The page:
A while ago I tried (without success) to buy Shichida flashcards from the Japanese Shichida website. After a few days of scouring the internet, I found out that similar cards were available on taobao.com, from a retailer that claims that they are the only authentic, Shichida-approved retailer in China.
(Compare it with the ‘original’ flashcards on the Japan Shichida website)
There are certain similarities, for example,
- the total number of cards is 1800.
- it has 1200 nouns and 400 verb cards and 200 expression/opposite cards
- the cards are all packed in smaller boxes
However there are some discrepancies:
- the back of the japanese card only has english words while the china set has 8 languages
- the box is obviously different (which may still be ok, since it is the ‘China version’)
- no DVD in the China set
- price is different – 27,720 yen for the Japan set (is $349) and 2688 rmb for the China set (is $546) (Wow such a big difference!)
I had heard about taobao a while back but I successfully resisted buying things from there (the same cannot be said of gmarket) because I heard that some of the sellers are cheats and they may run away with your money. Also, some of the items sold are fake (usually the fake things are cheaper, but this may not be true all the time). Buying from taobao usually involves going through a third party (or ‘agent’) who has a receiving warehouse in China and will help you to ship the goods over to Singapore. There are many many agents out there and most of their websites are quite user-friendly so if you are intending to buy something from taobao you can google for them.
Anyway, the description of the flashcards on the website seemed so fantastic (the positive reviews also helped) so I decided to take the plunge and make my first purchase. The desire to buy the flashcards comes partially from getting tired of making new flashcards (almost) everyday for a month or so..
I used 65daigou.com (this is in no way an advertisement or endorsement, I am just merely stating the agent I used) even after reading a few negative forum reviews (the other agents out there also had negative reviews too, so after a while I just randomly picked one).
The flashcards were super heavy (22kg) so I had to get it shipped by sea to save on the shipping charges. In total, I paid $751, which works out to be about 41cents per flashcard. (I thought I saw a local trying to sell the exact same set online for more than $1k).
After half a month of waiting, I finally received my cards!
The box was slightly dented but the cards inside survived the ride..
The quality of the cards are quite good, the paper is very thick..probably 350gsm as advertised. The pictures look authentic, and comparing it to the ones on the Japanese website it does look the same.
The variety of cards is amazing, but some of the items are strange – there were pictures of children in various activities, to describe each day of the week? It didn’t make sense to me..
I like the cards for having both English and Chinese at the back of them, this allows me to teach Chinese sometimes. I don’t really care for the other languages – I can’t pronounce them well even if I had wanted to teach.
Interestingly, I observed that the ‘Animal flashcards’ the are flashed on the TV screen during the Shichida lessons have the same pictures as the cards that I have bought.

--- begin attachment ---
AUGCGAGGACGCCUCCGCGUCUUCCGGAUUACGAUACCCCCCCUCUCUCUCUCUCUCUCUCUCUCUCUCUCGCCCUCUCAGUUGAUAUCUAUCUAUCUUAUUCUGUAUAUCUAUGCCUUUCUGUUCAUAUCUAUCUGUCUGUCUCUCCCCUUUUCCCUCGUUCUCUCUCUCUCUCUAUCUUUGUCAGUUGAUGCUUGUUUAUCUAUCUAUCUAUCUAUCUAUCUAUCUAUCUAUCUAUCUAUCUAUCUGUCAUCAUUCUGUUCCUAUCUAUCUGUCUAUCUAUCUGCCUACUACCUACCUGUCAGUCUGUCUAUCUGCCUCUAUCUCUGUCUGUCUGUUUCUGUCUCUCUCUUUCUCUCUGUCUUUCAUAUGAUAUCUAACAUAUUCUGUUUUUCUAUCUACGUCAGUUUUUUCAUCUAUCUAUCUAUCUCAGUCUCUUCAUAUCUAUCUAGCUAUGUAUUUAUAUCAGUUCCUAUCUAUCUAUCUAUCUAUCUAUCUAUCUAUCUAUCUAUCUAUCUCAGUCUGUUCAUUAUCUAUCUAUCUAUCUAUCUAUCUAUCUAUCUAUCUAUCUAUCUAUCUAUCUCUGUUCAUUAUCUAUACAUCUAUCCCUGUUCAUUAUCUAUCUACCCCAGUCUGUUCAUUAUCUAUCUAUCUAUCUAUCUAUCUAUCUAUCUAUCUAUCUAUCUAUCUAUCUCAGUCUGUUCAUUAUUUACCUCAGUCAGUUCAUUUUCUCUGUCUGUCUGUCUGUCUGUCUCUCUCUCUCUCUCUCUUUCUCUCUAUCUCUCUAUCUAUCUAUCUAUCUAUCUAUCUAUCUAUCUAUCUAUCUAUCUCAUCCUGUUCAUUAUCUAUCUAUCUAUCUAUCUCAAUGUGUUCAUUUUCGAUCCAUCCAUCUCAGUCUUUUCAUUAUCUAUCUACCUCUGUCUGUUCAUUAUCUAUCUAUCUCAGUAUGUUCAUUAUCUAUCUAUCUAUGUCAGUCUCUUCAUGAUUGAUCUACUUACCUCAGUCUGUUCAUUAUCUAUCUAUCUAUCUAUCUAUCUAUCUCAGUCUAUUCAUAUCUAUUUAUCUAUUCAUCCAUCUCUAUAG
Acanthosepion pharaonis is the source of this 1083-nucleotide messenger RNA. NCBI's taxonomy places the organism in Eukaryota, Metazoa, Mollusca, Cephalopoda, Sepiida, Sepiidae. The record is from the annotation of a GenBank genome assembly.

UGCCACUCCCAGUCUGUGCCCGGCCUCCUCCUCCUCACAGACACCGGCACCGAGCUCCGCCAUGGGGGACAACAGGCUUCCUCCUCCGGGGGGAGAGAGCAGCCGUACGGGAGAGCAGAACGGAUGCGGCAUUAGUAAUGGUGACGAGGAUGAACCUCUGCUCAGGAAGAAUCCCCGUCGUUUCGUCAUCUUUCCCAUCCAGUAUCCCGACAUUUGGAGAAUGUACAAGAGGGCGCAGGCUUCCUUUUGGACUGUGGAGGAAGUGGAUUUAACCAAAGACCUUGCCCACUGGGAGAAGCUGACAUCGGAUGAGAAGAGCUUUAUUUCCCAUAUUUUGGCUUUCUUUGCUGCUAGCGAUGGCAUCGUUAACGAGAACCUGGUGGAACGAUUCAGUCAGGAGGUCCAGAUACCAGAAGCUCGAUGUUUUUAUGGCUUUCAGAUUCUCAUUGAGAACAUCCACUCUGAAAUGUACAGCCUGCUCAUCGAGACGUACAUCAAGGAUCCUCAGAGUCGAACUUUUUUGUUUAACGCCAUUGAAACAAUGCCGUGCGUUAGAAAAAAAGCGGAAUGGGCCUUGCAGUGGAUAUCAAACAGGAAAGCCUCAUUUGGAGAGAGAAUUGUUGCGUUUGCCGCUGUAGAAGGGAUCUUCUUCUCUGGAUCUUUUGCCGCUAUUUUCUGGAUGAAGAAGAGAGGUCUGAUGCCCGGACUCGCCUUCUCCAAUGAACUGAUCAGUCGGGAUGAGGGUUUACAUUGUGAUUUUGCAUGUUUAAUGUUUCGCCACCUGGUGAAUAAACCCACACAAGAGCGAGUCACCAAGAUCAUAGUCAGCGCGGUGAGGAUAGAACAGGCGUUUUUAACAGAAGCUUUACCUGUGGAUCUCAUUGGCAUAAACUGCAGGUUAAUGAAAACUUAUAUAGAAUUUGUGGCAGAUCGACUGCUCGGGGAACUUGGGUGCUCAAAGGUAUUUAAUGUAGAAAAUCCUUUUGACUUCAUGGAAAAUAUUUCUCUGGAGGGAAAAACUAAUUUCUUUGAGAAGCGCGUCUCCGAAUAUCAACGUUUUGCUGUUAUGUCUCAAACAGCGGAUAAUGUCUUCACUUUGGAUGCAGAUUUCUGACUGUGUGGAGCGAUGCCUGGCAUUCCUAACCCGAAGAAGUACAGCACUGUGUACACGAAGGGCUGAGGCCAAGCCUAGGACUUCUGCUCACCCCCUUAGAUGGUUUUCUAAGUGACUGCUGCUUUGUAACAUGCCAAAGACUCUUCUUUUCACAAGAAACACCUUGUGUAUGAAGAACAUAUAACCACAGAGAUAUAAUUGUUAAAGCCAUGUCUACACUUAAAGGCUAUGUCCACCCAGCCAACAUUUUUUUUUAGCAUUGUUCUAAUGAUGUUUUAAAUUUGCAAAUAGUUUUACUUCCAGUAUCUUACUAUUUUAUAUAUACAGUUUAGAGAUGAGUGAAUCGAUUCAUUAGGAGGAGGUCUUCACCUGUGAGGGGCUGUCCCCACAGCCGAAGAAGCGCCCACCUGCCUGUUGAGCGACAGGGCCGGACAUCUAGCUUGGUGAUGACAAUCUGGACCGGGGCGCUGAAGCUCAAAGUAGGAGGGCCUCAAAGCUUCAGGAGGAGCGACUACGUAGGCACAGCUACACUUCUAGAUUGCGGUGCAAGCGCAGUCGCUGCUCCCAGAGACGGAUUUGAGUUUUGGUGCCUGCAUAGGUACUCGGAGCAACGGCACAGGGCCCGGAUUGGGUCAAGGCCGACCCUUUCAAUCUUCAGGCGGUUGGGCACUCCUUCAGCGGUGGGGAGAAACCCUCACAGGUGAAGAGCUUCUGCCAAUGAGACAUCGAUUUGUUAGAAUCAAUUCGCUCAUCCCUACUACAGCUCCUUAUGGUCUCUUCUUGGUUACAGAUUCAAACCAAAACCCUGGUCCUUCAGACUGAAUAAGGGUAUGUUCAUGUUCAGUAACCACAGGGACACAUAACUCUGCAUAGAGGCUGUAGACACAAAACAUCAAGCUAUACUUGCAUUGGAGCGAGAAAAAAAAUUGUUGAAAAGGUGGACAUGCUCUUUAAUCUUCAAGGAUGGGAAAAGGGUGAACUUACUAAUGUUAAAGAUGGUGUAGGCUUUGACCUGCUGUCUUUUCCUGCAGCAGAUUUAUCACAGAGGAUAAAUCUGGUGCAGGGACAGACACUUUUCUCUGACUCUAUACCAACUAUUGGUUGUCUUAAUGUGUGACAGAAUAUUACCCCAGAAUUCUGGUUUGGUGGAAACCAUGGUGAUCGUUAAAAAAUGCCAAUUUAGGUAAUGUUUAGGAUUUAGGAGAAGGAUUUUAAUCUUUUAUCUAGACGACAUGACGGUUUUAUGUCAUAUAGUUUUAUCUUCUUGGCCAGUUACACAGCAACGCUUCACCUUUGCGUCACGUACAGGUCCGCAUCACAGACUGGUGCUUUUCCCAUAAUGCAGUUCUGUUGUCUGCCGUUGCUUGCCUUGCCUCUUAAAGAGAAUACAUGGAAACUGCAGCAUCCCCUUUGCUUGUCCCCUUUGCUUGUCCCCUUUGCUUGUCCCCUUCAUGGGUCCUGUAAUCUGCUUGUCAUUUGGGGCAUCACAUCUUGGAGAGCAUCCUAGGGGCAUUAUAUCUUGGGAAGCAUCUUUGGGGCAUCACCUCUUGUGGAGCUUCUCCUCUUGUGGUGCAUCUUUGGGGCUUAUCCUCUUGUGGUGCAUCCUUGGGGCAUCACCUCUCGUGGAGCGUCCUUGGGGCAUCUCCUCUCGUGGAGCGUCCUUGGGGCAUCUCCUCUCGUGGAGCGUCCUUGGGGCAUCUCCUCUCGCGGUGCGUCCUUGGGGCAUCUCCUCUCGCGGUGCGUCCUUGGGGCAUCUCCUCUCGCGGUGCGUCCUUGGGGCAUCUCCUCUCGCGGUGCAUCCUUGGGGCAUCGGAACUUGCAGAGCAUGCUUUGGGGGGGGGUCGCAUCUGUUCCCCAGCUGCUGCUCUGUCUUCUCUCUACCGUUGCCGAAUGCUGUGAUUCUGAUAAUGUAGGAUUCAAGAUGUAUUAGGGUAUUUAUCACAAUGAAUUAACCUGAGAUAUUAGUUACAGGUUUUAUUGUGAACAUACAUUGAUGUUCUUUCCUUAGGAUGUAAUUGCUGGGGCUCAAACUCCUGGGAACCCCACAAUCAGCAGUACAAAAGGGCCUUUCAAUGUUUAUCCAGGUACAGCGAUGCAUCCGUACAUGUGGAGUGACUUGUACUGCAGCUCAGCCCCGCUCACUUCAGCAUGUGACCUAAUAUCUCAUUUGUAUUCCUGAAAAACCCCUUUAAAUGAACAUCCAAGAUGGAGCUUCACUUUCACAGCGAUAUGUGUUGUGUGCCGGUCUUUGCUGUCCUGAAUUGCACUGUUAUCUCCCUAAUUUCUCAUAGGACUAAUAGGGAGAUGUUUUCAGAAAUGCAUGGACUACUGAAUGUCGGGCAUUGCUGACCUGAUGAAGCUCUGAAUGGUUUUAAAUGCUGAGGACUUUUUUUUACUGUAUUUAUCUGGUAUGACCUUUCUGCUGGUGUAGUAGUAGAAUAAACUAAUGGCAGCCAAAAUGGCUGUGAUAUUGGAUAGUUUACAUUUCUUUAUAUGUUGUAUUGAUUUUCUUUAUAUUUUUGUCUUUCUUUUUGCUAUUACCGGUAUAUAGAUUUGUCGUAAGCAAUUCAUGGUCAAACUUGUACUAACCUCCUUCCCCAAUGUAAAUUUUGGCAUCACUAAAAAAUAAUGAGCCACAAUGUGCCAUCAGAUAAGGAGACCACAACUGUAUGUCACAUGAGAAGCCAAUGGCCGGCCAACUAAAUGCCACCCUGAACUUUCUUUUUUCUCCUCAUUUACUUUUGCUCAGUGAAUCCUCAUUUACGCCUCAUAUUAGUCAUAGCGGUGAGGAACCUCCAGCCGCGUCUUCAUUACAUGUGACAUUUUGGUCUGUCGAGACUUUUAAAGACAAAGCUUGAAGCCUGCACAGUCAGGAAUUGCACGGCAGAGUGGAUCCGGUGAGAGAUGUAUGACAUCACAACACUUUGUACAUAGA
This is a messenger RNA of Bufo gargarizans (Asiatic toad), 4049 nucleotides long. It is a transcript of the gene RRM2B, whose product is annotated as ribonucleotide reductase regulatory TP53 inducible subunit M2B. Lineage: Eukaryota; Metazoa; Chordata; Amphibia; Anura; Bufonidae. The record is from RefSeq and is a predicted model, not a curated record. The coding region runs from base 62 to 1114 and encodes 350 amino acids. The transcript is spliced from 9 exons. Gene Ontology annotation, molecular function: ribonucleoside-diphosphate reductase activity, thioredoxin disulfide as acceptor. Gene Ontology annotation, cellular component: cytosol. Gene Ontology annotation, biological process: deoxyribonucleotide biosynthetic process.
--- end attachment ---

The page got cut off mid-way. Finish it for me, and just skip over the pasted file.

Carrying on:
The set came with about 10 blank flashcards (Not much use to me), a (Chinese) guide on how to flash the cards, and a list of all the cards. They even threw in 5 pieces of rubber fingertips to use when flashing the cards. How thoughtful..
Now, there are some negative points of these cards (which probably apply to the Japan one as well, if it is indeed authentic)
- these cards are not arranged in sets of 10, which is the recommended size of each flashcard set. As a consequence of that I had to manually arrange these cards into sets of 10, plus minus 1 or 2 (because sometimes there were just 1 or 2 more cards of the same category).
- the first few categories were simple enough (animals, fruits, vegetables, food, occupations, sports…), but as we got to the back the cards didn’t seem to be readily sorted into categories. My wife and I had to spend about an hour trying to figure out how to place the ‘unsorted’ items into categories of 10.
- Even after doing up sets of 10, there was no title card, so I had to make title cards for them (imagine 1800 cards = 180 sets = 180 title cards)
- The cards have no corners cut into them so it was hard to differentiate one set from another when they were all stacked together (for those who don’t know about cutting corners, see this mummy’s blog). I didn’t want to cut corners into my expensive, lovely flashcards, so I managed to get around this problem by laminating all my title cards. After the A5 title card is laminated it stands out just slightly larger than the the rest, so just by running you hand at the top of the stack of cards you will be able to pick out one set easily.
- I know these cards are probably as ‘real’ as the ones you can get from Japan, but somehow I would still prefer pictures of real items then drawings..but that’s just my preference.
Overall, I would say that these flashcards are either authentic (they are really authorised by Shichida), or they are really good at making pirated stuff nowadays. It is very expensive though (cost a term of Shichida lessons!), but the amount of time it saves me..and the potential benefit it can bring to Samantha, cannot be quantified in terms of money..